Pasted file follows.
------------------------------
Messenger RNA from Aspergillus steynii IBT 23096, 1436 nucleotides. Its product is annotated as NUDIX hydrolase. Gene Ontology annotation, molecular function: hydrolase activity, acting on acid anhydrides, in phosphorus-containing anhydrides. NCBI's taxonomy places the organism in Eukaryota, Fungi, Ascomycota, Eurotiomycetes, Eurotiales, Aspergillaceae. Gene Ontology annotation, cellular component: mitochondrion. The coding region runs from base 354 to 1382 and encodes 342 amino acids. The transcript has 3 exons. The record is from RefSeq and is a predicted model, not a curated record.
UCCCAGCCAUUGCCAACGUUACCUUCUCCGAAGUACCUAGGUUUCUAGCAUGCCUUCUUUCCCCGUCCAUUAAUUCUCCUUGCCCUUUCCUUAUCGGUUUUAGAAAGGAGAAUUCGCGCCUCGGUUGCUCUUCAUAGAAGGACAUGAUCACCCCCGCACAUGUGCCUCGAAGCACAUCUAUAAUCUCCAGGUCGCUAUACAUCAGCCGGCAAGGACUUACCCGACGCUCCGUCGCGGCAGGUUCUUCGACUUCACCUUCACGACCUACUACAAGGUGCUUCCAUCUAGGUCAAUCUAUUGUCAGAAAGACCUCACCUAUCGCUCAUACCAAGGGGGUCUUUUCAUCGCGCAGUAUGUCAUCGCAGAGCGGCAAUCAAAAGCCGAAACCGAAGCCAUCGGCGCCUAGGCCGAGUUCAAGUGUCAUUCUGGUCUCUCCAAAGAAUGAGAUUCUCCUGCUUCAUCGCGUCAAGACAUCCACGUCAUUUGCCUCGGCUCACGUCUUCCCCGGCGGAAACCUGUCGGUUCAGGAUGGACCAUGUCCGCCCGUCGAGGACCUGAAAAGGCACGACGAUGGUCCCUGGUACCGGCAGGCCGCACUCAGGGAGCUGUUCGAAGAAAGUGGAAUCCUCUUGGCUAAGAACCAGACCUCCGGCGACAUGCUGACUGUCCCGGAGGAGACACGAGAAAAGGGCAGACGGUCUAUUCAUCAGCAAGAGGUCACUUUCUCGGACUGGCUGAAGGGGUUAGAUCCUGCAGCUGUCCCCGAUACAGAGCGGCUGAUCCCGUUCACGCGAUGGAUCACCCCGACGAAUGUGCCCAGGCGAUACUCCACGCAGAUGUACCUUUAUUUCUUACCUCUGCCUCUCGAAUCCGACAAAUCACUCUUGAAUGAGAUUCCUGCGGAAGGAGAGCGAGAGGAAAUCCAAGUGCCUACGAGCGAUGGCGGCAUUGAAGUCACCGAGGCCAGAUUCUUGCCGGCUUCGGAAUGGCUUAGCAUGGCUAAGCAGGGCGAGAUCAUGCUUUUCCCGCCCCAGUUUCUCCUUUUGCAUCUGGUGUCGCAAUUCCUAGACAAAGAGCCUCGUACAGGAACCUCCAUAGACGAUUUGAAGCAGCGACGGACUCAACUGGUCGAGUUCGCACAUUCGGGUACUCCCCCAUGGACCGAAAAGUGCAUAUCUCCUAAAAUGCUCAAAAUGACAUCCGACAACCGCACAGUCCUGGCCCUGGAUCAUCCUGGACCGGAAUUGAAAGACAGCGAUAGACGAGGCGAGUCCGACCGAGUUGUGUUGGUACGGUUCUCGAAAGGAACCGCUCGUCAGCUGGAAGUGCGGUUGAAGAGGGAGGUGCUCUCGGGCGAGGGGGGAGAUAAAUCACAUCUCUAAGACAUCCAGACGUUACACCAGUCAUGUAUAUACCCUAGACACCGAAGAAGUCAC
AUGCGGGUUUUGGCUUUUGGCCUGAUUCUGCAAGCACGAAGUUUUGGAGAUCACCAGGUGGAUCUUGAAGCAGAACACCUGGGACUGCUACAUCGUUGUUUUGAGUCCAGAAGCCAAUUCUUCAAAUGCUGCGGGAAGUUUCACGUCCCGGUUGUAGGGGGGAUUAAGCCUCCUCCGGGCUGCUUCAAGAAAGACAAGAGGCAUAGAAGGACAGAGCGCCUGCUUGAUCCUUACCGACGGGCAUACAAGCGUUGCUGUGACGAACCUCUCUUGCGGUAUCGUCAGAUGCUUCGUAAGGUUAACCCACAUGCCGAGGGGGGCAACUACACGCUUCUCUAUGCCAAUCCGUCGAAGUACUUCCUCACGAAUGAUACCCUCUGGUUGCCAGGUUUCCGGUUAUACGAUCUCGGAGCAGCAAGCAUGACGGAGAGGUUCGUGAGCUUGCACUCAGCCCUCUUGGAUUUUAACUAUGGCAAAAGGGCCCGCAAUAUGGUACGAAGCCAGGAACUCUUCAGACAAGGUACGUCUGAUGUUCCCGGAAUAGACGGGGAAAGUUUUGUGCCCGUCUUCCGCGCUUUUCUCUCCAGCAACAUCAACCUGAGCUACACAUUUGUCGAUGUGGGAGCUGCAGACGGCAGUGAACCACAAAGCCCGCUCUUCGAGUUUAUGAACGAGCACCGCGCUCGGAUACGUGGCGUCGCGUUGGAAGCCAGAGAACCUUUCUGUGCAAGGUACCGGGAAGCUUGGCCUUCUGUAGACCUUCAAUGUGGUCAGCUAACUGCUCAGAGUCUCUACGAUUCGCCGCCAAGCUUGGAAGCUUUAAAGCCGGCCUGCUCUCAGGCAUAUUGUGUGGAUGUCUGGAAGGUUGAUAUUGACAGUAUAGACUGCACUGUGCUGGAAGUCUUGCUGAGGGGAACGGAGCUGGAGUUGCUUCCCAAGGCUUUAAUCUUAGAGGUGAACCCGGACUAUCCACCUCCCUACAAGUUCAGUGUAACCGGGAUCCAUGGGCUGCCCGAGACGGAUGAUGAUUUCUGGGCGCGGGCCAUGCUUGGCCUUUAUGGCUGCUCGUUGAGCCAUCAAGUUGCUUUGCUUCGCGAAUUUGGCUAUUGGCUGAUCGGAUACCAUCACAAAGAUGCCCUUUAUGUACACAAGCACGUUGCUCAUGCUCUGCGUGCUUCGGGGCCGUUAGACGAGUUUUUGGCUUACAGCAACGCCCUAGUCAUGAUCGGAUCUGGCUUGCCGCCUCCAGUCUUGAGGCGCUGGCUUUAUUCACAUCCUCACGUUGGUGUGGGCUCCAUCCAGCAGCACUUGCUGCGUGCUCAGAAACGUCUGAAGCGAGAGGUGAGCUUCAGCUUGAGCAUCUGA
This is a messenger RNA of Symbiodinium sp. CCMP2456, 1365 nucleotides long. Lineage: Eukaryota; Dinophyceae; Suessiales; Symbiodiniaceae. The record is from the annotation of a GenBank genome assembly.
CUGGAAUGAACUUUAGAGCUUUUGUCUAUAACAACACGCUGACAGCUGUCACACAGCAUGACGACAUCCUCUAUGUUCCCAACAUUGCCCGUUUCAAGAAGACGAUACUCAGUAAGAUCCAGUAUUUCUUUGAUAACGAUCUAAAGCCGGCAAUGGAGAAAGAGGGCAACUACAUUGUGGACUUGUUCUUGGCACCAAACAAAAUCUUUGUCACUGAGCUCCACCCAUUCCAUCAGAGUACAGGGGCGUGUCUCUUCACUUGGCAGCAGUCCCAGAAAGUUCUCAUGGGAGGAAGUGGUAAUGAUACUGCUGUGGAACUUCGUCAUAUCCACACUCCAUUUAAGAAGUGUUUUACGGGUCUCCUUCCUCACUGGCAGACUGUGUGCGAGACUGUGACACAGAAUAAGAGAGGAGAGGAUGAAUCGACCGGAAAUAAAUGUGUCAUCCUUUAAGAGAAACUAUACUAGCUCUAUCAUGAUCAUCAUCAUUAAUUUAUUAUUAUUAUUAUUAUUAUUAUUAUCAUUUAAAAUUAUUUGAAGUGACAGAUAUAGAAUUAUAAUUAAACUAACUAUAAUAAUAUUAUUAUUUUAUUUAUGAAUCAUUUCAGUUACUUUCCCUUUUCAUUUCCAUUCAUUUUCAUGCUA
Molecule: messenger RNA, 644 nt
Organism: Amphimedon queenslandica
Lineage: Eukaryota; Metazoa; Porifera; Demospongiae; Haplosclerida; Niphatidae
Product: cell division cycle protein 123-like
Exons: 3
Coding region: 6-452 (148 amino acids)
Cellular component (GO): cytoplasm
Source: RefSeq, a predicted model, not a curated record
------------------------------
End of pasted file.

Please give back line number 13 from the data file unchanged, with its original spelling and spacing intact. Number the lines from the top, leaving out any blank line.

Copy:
Source: RefSeq, a predicted model, not a curated record